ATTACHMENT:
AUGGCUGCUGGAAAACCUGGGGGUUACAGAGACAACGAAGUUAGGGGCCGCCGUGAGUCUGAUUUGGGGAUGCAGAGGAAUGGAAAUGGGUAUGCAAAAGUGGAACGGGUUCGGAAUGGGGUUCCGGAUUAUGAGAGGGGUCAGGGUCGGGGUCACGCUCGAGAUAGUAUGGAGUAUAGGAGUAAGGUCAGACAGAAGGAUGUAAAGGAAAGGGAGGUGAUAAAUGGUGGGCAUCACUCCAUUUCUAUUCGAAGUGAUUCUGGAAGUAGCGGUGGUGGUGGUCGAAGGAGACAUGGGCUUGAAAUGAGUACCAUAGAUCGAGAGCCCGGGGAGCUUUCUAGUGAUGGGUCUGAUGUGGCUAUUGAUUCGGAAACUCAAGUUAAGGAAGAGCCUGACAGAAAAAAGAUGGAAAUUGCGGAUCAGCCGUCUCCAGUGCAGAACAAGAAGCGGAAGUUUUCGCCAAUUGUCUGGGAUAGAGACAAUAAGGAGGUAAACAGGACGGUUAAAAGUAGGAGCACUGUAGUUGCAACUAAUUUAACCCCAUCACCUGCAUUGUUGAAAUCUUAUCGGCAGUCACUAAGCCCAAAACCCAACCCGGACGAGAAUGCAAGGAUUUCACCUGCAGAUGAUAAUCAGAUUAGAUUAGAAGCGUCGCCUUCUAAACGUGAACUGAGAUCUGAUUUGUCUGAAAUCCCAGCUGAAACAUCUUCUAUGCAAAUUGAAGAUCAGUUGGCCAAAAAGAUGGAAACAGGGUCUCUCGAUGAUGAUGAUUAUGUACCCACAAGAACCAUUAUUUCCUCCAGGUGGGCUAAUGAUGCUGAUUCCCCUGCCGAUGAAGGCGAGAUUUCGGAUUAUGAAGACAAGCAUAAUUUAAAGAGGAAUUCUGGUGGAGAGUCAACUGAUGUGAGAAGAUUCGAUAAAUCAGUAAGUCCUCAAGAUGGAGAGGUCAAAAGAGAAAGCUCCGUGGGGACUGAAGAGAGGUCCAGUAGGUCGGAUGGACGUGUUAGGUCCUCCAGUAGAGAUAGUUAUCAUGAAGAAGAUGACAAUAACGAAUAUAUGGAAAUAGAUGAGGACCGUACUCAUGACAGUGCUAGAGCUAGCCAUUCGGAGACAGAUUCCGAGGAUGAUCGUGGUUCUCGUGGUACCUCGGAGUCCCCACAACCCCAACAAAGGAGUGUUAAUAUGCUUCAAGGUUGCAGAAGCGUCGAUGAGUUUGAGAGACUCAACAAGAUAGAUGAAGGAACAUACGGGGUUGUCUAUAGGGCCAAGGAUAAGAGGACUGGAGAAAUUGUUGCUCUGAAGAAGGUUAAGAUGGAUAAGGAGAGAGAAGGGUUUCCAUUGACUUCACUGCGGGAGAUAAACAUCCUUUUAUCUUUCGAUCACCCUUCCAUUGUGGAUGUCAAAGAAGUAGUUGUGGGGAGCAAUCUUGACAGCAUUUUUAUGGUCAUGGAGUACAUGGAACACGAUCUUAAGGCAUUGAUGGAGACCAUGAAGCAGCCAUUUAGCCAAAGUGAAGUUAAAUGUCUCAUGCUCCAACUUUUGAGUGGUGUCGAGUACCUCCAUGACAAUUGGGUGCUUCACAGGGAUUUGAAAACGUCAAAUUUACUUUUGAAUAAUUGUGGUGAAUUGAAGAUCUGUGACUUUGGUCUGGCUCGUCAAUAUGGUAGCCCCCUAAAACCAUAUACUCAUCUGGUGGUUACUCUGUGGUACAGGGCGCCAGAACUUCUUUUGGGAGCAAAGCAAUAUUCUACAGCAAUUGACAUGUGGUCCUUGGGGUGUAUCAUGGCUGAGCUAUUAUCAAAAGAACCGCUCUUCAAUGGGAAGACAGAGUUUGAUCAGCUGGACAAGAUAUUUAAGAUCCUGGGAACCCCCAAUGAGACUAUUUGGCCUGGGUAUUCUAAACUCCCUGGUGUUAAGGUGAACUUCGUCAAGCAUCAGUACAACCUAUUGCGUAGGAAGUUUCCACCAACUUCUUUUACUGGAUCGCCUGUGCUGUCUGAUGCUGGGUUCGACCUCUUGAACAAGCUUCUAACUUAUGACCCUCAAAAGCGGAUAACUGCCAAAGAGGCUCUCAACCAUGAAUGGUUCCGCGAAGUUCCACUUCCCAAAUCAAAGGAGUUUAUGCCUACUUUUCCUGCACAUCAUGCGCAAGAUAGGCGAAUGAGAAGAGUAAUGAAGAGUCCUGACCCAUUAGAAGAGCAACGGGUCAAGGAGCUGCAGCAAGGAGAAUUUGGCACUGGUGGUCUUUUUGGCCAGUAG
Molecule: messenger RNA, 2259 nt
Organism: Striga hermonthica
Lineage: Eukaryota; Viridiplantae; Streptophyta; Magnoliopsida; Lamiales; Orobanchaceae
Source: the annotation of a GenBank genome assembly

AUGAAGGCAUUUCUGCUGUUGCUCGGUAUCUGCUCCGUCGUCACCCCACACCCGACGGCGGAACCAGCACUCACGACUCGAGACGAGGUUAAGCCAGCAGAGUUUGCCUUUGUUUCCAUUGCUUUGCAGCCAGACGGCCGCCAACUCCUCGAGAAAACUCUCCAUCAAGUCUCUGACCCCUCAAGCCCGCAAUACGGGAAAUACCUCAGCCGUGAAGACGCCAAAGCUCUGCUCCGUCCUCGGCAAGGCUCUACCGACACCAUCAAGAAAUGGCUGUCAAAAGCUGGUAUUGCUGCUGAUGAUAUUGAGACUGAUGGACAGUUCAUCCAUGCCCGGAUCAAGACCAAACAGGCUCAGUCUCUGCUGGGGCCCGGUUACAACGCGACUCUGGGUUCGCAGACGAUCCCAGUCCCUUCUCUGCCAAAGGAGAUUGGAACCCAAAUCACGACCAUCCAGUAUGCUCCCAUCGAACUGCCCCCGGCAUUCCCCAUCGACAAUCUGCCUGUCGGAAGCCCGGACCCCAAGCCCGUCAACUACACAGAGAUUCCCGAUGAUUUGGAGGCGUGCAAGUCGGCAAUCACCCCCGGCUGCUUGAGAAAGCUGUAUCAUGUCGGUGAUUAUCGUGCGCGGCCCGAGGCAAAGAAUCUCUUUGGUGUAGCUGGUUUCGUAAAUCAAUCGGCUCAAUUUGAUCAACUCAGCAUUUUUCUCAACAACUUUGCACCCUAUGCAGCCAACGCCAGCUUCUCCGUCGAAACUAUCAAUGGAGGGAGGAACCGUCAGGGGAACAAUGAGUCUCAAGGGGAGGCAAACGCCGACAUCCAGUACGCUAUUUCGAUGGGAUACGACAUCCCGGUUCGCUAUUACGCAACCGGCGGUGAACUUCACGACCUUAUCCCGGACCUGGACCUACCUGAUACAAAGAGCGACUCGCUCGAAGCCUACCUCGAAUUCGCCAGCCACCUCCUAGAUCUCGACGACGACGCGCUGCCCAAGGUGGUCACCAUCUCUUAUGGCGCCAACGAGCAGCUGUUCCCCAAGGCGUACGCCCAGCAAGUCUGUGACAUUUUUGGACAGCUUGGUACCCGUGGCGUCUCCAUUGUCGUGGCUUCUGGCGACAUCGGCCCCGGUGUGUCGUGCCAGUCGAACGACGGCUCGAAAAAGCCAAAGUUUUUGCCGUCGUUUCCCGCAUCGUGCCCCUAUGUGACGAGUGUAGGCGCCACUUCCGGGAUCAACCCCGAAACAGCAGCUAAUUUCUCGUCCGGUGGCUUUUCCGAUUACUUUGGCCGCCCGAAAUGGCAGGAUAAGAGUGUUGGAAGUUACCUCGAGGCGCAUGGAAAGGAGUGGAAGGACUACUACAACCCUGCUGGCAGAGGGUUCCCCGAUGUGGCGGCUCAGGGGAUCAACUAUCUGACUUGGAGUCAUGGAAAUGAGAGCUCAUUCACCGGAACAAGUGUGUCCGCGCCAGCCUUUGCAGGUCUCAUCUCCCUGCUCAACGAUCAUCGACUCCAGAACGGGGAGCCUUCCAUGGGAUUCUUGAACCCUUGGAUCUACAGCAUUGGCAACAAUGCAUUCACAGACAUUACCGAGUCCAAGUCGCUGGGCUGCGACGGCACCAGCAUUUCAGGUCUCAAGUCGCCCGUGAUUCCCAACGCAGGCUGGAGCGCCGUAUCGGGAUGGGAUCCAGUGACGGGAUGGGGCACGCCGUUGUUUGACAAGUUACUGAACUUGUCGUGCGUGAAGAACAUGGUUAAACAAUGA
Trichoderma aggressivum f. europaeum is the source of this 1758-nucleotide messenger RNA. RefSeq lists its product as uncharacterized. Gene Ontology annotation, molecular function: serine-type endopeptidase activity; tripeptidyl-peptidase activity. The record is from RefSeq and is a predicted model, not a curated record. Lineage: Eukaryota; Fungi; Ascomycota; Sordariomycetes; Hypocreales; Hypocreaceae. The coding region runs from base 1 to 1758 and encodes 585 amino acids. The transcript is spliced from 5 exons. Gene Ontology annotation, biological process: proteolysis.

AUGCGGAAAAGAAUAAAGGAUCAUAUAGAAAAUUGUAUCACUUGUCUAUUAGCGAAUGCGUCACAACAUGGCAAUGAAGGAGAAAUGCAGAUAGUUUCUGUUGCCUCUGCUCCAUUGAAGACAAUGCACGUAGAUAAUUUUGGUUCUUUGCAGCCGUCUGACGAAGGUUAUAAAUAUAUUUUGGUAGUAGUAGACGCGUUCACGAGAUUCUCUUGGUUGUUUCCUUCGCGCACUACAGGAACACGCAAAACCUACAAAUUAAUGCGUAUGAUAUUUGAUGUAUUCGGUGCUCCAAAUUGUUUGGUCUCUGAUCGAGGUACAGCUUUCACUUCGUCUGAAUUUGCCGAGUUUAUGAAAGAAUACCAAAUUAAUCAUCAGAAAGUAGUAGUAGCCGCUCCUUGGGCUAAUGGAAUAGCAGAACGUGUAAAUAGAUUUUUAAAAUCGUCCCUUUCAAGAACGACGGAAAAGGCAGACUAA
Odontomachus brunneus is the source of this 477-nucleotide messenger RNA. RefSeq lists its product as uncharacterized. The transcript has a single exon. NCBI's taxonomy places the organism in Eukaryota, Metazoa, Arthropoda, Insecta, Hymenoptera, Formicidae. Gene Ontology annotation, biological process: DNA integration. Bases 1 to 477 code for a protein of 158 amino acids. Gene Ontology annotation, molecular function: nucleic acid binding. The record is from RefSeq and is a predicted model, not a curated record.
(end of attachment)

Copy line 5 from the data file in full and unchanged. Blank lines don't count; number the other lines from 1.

Source: the annotation of a GenBank genome assembly